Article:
Is Boston still seen as a racist city?
As Boston officials try to shed the decades-old stigma that the city is aless-than-welcoming place for minorities, recent news of allegeddiscrimination at a Dorchester bar has somewhat set back those efforts.
As Boston officials try to shed the decades-old stigma that the city is a less-than-welcoming place for minorities, recent news of alleged discrimination at a Dorchester bar has somewhat set back those efforts.
“It exists in the country, so Boston isn’t exempt from it,” said Boston City Councilor Ayanna Pressley when asked about racial tensions in the city.
Leaders and attendees at the national Blacks In Government conference, which kicked off at the Hynes Convention Center this week, acknowledged that Boston is perceived as a city that is divided by race. Just last week, the Attorney General’s office filed a lawsuit alleging that a Dorchester bar forbid minorities to enter.
J. Keith Motley, chancellor of UMass Boston, told the convention about visiting his native Pittsburgh from Boston years ago.
“When I would return to Pittsburgh, I got standing ovations just because I made it back,” Motley said.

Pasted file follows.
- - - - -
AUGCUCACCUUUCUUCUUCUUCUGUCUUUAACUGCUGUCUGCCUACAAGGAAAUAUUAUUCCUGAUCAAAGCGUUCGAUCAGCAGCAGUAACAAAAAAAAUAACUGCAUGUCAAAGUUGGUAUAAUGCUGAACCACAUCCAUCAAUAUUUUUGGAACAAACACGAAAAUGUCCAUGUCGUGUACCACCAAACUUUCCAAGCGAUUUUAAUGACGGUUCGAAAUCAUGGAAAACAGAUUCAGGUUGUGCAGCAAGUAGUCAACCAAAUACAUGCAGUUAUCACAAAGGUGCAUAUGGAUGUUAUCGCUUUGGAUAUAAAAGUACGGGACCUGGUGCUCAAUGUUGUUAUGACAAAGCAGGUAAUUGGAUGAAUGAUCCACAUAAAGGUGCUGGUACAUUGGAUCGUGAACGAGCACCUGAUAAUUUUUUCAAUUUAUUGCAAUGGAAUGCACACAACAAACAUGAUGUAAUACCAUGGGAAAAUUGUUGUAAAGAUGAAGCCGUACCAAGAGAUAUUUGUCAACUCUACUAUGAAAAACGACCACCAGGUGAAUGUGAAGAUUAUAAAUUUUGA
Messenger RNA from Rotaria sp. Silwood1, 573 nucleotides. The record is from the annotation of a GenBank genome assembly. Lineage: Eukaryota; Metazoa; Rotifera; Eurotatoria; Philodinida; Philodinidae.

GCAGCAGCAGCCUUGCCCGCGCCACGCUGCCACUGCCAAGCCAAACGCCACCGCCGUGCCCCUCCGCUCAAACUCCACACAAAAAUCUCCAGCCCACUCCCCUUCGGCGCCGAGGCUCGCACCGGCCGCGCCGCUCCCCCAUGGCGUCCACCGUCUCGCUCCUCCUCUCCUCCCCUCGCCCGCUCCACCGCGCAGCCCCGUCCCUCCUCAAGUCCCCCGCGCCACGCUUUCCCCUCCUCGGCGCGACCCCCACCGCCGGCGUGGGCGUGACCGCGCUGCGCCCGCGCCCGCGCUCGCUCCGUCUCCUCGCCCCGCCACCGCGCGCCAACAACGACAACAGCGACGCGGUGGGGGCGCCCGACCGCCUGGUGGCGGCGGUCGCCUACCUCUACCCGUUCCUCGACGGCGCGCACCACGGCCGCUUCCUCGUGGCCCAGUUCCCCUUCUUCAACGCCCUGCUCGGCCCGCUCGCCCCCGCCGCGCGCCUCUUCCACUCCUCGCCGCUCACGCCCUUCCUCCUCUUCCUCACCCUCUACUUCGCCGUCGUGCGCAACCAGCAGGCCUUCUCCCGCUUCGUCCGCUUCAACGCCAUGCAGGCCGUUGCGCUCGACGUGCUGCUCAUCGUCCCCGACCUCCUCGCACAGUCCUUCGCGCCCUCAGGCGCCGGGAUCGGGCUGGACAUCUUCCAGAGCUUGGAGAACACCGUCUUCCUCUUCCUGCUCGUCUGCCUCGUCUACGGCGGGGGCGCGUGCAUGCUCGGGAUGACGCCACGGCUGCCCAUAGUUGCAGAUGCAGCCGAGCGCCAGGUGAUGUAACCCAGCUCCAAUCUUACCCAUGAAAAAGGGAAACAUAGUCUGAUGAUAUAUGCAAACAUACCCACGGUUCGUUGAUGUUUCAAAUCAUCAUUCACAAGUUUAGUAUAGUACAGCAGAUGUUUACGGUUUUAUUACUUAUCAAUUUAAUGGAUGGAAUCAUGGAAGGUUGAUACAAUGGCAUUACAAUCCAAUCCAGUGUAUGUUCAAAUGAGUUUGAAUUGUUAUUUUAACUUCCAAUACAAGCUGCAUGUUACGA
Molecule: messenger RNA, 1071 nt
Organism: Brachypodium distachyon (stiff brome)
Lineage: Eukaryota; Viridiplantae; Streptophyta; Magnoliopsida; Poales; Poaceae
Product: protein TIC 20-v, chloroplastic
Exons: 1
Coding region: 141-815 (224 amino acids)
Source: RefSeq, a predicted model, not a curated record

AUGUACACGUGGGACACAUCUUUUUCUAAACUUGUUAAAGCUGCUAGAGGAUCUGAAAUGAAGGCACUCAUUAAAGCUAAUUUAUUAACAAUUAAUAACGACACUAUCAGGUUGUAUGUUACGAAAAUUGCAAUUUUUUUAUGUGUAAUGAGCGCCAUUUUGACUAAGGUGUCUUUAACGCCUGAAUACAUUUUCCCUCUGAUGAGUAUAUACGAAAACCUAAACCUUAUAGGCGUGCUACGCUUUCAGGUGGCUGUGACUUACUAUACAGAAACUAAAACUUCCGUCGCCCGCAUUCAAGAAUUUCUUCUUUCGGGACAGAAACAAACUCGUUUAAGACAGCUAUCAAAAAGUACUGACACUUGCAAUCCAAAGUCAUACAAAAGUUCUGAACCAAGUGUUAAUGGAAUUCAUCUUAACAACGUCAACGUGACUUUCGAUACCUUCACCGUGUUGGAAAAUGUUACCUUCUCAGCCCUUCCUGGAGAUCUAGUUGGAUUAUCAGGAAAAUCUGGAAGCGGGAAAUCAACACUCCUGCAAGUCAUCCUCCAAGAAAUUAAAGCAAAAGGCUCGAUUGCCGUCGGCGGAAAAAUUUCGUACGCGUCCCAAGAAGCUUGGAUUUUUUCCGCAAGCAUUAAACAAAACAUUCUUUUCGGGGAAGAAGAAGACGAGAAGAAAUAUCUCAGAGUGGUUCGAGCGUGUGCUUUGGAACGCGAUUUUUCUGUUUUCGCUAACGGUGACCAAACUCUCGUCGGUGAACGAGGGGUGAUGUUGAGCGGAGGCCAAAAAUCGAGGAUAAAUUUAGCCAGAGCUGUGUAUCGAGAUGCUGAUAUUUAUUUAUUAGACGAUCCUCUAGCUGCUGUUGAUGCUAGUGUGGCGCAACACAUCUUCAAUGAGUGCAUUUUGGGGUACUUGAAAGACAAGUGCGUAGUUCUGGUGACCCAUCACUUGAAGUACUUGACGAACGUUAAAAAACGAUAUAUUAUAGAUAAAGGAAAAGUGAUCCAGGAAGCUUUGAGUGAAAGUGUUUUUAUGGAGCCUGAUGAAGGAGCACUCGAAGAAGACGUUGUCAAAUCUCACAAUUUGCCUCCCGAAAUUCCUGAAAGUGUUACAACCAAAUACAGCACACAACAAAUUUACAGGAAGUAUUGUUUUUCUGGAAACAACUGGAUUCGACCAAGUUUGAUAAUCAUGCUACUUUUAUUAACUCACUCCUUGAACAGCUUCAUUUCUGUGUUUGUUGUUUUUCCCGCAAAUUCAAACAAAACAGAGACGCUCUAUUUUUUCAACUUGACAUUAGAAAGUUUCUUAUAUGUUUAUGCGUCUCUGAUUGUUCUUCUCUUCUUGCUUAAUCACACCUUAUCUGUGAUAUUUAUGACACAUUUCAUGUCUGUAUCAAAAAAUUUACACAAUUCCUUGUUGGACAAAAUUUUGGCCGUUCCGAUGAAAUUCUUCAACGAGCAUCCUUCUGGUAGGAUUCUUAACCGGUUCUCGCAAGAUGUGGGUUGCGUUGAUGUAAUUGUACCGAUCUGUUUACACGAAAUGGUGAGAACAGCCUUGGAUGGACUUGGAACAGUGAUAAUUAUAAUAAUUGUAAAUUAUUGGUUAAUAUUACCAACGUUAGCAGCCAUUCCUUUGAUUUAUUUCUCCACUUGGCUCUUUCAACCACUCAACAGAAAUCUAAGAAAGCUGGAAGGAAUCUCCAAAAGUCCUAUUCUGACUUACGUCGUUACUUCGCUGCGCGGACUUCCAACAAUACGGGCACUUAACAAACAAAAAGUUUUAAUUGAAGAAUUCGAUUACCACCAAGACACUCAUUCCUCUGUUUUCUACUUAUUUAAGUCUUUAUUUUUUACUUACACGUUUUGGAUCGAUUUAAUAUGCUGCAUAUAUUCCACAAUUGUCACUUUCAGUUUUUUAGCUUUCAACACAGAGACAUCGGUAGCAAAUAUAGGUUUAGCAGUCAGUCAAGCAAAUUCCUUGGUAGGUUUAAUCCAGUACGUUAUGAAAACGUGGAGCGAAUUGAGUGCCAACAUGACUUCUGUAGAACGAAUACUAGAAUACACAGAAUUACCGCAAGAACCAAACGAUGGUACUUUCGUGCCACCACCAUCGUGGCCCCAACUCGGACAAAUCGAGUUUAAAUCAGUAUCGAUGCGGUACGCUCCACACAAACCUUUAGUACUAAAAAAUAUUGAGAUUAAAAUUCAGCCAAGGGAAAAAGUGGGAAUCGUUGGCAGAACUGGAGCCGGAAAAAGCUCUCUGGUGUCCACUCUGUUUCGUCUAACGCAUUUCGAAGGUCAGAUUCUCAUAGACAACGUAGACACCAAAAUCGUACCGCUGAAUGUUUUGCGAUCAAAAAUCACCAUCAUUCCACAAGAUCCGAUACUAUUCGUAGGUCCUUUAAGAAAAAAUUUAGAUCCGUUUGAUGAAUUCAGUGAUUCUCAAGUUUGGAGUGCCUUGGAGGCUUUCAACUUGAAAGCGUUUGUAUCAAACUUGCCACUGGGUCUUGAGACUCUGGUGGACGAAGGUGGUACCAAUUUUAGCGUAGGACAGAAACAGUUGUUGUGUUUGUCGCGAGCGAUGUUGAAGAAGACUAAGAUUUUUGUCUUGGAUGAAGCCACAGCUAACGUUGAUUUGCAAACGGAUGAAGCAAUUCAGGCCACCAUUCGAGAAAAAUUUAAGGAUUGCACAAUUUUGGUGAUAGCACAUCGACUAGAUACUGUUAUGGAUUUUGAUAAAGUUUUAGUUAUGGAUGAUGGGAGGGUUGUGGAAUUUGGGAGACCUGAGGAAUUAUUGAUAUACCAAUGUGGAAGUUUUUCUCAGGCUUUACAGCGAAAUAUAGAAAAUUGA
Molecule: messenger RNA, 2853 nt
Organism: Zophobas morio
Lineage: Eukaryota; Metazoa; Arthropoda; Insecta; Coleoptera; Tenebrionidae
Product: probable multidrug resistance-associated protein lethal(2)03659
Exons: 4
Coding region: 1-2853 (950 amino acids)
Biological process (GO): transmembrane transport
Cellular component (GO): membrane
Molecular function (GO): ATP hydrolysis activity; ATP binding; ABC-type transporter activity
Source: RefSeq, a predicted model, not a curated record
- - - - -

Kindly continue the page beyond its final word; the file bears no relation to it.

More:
The conference was one of the latest achievements for Boston officials who for years have attempted to court more minority events and conferences to come to the city that was once described by Celtic great Bill Russell as a “flea market of racism.”
The training conference is being held in Boston for the first time in its 33-year history. Also a win for Boston was the selection of the city as the site for this year’s National Urban League conference. The Urban League had not returned to Boston since 1976.
Leaders on Monday also touted the elections of Pressley — the first black woman elected to the council — and the state’s first black governor, Gov. Deval Patrick, as examples of Boston’s growth.
“We are better off than we used to be and we are still not who we can be,” Pressley said.